These are the questions that were circling my mind last night as I made the sexiest food I could think of.  Susan over at Fat Free Vegan is having a Vegetable Love contest. The idea was to make a sexy dish for Valentine’s day and just the idea of it sent my head spinning. My first thought was asparagus and then quickly followed by mangoes. I thought about Oysters, I remember Dan Fielding was always seducing his conquests with oysters on Night Court but obviously they fall into the not vegan category. I knew I wanted to make some sort of dumpling as well so that the meal would be squishy and bursting with flavor but it also had to be spicy so I decided to stuff my dumplings with some sort of mango Thai fry. I thought about making a seitan sausage but I quickly decided that would be too much work and it would overpower the filling. I didn’t want to use tofu because that is such an easy way out! Then, inspiration hit me in such a way that if I were a cartoon a light bulb would have burst over my head: Oyster Mushrooms! It occurred to me to wrap the dumpling like a giant tortellini around an asparagus and finish them off on a bed of coconut rice. I went to the store thinking about how I was going to create something that could truly be called food porn. 

Making the meal was certainly a labor of love but once I tasted it and Dan said, “I can’t believe you came up with this whole dish” I knew it was all worth it. This was one of the best meals I have ever made.

Asparagus Mango Dumplings with Coconut Basil Rice

For the Dumpling Wrappers:
2 cups of whole wheat flour
1 cup all purpose flour
1 cup of boiling water

Add the water to a bowl with the flour and mix together with a wooden spoon. If it is too sticky you can add more flour a tablespoon at a time. If it is too dry you can add more water a tablespoon at a time. Knead for 10 minutes until a hole poked in the dough fills back in. Let it rest in a covered bowl for 30 minutes.

For the Filling:
*save your onion, garlic, scallion, and cilantro scraps for the steaming water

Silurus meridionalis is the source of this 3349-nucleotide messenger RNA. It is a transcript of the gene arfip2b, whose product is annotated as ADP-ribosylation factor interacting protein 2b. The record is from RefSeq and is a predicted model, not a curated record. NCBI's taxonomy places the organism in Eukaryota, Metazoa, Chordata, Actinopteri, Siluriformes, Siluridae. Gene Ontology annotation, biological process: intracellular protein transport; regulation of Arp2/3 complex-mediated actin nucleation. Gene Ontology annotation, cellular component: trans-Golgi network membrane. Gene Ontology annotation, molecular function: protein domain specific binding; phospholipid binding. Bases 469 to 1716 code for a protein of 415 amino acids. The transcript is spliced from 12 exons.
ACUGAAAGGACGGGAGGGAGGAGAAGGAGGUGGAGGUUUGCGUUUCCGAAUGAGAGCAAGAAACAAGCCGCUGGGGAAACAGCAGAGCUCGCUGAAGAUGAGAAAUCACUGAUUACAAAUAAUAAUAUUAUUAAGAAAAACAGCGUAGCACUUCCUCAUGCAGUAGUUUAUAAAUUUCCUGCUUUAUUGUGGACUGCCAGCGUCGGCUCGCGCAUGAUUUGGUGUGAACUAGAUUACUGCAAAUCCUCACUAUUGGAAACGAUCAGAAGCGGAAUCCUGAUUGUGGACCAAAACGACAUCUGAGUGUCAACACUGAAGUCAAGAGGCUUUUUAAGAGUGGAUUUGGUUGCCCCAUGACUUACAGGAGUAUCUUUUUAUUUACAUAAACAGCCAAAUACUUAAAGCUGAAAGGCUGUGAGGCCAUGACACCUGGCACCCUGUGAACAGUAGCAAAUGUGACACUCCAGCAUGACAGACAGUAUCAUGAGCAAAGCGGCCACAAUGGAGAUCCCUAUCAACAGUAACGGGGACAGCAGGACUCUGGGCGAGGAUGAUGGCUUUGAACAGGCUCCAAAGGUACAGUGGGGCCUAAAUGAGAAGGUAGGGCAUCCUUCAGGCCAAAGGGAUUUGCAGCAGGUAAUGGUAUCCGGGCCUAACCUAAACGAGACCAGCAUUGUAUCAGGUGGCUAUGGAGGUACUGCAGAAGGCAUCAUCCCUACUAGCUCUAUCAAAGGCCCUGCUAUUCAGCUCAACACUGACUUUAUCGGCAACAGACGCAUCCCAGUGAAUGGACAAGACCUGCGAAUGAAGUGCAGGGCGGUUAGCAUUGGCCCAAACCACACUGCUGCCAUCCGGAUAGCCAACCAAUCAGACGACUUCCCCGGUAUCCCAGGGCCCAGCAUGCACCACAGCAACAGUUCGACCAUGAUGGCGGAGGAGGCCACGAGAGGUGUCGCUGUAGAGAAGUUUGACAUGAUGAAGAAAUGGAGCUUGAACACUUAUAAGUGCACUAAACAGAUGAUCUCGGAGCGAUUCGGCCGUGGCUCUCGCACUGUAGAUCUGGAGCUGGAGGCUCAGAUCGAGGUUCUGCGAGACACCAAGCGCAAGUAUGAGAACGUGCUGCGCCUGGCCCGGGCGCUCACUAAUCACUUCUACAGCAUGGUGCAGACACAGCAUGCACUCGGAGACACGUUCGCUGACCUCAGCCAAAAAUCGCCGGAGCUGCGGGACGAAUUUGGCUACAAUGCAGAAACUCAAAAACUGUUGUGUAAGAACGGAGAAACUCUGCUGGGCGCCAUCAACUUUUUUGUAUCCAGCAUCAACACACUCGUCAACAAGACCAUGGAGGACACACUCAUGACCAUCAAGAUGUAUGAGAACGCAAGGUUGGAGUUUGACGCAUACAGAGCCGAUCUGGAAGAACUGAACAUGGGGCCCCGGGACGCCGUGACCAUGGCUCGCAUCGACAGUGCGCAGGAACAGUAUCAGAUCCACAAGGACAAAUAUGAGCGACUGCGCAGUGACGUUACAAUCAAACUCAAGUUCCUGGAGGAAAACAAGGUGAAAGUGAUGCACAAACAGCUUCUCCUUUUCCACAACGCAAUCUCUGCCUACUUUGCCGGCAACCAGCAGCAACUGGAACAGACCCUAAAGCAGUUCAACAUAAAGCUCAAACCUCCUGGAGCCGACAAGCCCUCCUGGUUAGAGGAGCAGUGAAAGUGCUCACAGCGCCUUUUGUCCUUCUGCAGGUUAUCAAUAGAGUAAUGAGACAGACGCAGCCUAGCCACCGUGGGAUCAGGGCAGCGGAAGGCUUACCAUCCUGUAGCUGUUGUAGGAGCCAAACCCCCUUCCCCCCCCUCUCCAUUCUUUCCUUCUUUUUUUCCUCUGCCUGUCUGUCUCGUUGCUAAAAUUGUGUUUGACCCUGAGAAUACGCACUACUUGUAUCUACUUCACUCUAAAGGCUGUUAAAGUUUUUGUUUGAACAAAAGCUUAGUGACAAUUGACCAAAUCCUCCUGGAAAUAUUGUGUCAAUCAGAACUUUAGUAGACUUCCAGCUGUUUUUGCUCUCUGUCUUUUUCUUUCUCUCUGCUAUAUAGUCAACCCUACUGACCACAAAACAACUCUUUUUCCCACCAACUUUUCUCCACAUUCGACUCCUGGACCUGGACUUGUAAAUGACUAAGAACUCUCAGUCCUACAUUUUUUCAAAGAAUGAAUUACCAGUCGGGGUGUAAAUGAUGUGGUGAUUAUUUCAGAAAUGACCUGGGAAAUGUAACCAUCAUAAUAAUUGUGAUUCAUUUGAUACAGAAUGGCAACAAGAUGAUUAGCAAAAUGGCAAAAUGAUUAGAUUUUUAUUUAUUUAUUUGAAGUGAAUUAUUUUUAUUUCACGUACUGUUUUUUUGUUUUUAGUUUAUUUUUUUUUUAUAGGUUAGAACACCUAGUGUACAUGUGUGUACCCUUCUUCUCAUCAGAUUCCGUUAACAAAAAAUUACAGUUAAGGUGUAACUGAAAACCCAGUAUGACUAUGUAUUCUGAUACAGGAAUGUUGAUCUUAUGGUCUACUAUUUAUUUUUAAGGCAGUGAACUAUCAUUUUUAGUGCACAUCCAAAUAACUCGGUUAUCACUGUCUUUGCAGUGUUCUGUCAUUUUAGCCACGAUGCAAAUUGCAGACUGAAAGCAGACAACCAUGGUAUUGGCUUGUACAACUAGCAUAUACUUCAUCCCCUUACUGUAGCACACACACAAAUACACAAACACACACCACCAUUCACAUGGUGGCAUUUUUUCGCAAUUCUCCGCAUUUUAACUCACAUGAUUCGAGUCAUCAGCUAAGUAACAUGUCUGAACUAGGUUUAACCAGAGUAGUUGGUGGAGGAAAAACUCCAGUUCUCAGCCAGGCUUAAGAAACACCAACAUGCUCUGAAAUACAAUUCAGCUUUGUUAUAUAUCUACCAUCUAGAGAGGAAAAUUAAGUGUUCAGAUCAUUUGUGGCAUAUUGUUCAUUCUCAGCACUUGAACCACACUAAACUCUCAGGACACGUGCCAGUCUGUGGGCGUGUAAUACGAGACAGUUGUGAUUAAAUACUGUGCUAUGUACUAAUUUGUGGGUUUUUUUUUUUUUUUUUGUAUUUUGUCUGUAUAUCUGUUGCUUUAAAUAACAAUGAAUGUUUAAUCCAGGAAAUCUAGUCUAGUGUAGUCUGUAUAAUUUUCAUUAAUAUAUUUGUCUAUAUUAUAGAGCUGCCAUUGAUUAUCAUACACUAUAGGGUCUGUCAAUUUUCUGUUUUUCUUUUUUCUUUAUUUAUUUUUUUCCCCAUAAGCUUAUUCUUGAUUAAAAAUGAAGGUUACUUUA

1 red onion, chopped
1/2 teaspoon of cumin seeds
1 teaspoon of coriander seeds
1/2 teaspoon of curry powder
5 garlic cloves, chopped
1 1/2 teaspoon of ginger, chopped
2 red chili peppers, chopped
1/2 lbs of oyster mushrooms, separated into smaller pieces
1/2 cup of mango pineapple juice (or one or the other)
1 mango, chopped
3 scallions, chopped
1/2 cup cilantro, chopped

Heat a bit of oil or broth in a large skillet or wok on high heat. Once hot, add the onion and sauté for about three minutes. Add the spices wait a minute, stir, and then add garlic, chilies, and ginger. Stir for another minute then add the mushrooms and stir fry for another 3 minutes. Deglaze the bottom of the pan with the juice and add the mango. Sauté for another minute or two then add the scallions and cilantro and remove from the heat.

For the Rice
1 teaspoon of coconut butter
4 cloves of garlic, chopped
1 scallion, chopped
1/2 teaspoon of red pepper flakes
1/4 cup of basil, reserve some for plating and chop the rest
1 cup of rice
2 cups of water
1 teaspoon of Vegeta or broth powder

Melt the coconut butter over medium heat making sure that it doesn’t burn. Add the garlic and scallion and sauté for about three minutes. Add the red pepper flakes, the rice, and the basil and cook another minute. Finally, add the water and the broth powder, mix well, reduce heat to low, cover and steam rice for about 30 minutes.

To Assemble
6 asparagus, end removed
red cabbage leaves to line the steamer
2 limes, quartered